Darling A. Peevie,
So where was I? Oh, yeah: Standing next to your hospital bed, crying.
At 2 a.m. we sat down in a conference room with the chief of pediatric cardiology at Lutheran General Hospital, Dr. Ira DuBrow. We got a short but thorough course on complex cyanotic congenital heart defects (CHDs). I can't even remember your initial diagnosis--it's changed a half dozen times since then as the specialists got more information--but the first issue was a coarctation, or narrowing, of your aorta. It would need surgical repair as soon as you were stable.
I had tons of questions for Dr. DuBrow. I wanted to know why a level II ultrasound at 20+ weeks wouldn't have picked up on these issues. They only check for four heart chambers, he told us. They wouldn't have seen A. Peevie's issues unless they were trained and instructed to look for them.
And of course I needed to understand why this had happened to you. Was it something that I had done while pregnant? Was there an unknown genetic cause? Nope and nope. Turns out most of the time doctors don't know why embryonic hearts develop structural defects--even though heart defects are the most common birth defect, affecting nearly ten percent of all newborns.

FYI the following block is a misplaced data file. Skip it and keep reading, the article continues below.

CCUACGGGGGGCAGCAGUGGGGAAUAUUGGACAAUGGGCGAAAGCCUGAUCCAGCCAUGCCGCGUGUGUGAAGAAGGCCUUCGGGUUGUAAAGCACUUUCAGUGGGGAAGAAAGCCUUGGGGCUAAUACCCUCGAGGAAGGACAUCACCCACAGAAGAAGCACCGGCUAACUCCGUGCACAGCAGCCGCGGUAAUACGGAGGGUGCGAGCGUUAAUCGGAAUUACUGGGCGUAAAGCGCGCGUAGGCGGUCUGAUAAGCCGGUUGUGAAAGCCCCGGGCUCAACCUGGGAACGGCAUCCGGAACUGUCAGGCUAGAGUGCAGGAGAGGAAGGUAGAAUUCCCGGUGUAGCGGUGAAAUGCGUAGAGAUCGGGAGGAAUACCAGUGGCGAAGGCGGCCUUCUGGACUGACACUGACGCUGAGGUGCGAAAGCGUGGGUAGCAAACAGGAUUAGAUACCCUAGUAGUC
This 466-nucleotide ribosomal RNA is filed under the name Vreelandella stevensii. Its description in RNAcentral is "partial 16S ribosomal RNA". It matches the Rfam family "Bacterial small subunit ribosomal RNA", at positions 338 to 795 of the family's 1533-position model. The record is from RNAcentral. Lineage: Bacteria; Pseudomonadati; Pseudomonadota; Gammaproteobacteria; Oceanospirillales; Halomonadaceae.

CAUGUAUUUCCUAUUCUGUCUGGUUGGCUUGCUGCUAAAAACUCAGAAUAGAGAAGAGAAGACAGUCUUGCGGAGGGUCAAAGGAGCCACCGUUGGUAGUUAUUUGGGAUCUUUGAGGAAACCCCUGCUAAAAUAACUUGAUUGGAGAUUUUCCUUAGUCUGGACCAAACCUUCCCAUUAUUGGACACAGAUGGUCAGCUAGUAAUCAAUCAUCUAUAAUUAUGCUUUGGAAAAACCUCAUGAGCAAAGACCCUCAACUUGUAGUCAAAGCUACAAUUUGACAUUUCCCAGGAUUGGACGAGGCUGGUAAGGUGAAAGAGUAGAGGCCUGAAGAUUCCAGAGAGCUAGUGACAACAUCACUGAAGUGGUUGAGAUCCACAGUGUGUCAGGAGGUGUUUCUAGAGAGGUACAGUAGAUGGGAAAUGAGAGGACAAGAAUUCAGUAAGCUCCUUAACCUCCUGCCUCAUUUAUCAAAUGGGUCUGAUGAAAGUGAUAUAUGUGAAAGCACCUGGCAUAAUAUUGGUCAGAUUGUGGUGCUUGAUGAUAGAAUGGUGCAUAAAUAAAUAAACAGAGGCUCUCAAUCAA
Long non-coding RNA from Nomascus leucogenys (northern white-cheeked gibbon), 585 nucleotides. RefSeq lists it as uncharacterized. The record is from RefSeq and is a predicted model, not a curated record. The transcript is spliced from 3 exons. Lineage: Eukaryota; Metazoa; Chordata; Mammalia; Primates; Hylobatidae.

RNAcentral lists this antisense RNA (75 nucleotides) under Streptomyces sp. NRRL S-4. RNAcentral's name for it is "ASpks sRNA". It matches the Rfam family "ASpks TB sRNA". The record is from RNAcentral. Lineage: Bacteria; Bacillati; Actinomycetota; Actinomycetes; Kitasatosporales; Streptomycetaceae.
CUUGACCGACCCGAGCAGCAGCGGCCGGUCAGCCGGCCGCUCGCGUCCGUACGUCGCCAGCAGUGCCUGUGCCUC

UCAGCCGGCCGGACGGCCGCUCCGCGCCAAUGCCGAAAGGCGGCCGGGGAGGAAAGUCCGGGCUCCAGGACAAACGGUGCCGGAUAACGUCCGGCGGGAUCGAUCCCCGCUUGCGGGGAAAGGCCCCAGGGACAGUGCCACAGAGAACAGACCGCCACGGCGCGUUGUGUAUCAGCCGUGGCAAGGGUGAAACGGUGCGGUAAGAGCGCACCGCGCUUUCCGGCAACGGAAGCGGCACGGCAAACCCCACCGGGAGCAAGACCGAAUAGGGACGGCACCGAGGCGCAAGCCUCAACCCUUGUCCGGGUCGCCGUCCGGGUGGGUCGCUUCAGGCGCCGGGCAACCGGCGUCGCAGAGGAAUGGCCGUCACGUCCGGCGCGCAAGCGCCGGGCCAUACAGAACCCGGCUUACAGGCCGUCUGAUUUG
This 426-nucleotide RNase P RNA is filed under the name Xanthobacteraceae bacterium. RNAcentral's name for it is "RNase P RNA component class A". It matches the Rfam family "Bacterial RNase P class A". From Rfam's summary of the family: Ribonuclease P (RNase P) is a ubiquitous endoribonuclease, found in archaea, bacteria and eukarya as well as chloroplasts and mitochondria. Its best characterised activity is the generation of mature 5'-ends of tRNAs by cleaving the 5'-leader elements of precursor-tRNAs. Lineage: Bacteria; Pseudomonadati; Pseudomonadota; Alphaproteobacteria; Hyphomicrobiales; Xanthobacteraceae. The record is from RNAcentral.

Your severe congestive heart failure triggered a systemic shut-down affecting most of your other major organs. You were in such bad shape, Dr. DuBrow told us much later, that they did not think they could save your life. The beeps and alarms kept the intensive care team busy while you struggled to stay alive, and Daddy and I watched helplessly.
I told God in no uncertain terms that I was very angry at him for allowing this to happen to you, and that I could not lose another child. Caitlin was very much on our minds as we held your tiny fingers and watched your fluctuating oxygen saturation rate on the monitor.
We called both sets of grandparents the next day. "We" meaning "me." Daddy's emotions choked his words in his throat, and he could not speak. Grandmom and Grandpop M. cried and got on their knees to pray for you. Grandmom and Granddad B. drove all the way to Chicago from Florida to stand with us in your hospital room.
Finally, after four days, they stabilized you enough for the first surgery to repair the coarctation of the aorta. As they wheeled you out of the room and down the hall, surrounded by a dozen doctors and nurses, the four of us cried and held each other.
We met with the pediatric cardiology team, including the surgeon, to find out exactly what they'd be doing, and why. From that point forward, every time you faced another surgery or a new procedure, I asked three questions: What was the worst possible outcome? What was the best possible outcome? What was the expected outcome?
In an earlier report, Dr. DuBrow had written, "Because of the complexity of the abnormalities, the prognosis is guarded; however, I have reason to be cautiously optimistic that the baby can be brought through with reasonably good result."
Now, eleven years, three heart surgeries and dozens of procedures later, I watch you run, play, draw, read, imagine, climb, ride and generally experience a happy, healthy childhood--and I am grateful beyond words that you have been brought through with way better than reasonably good results.
Happy birthday, A. Peevie. I love you with a passion unfettered by reason.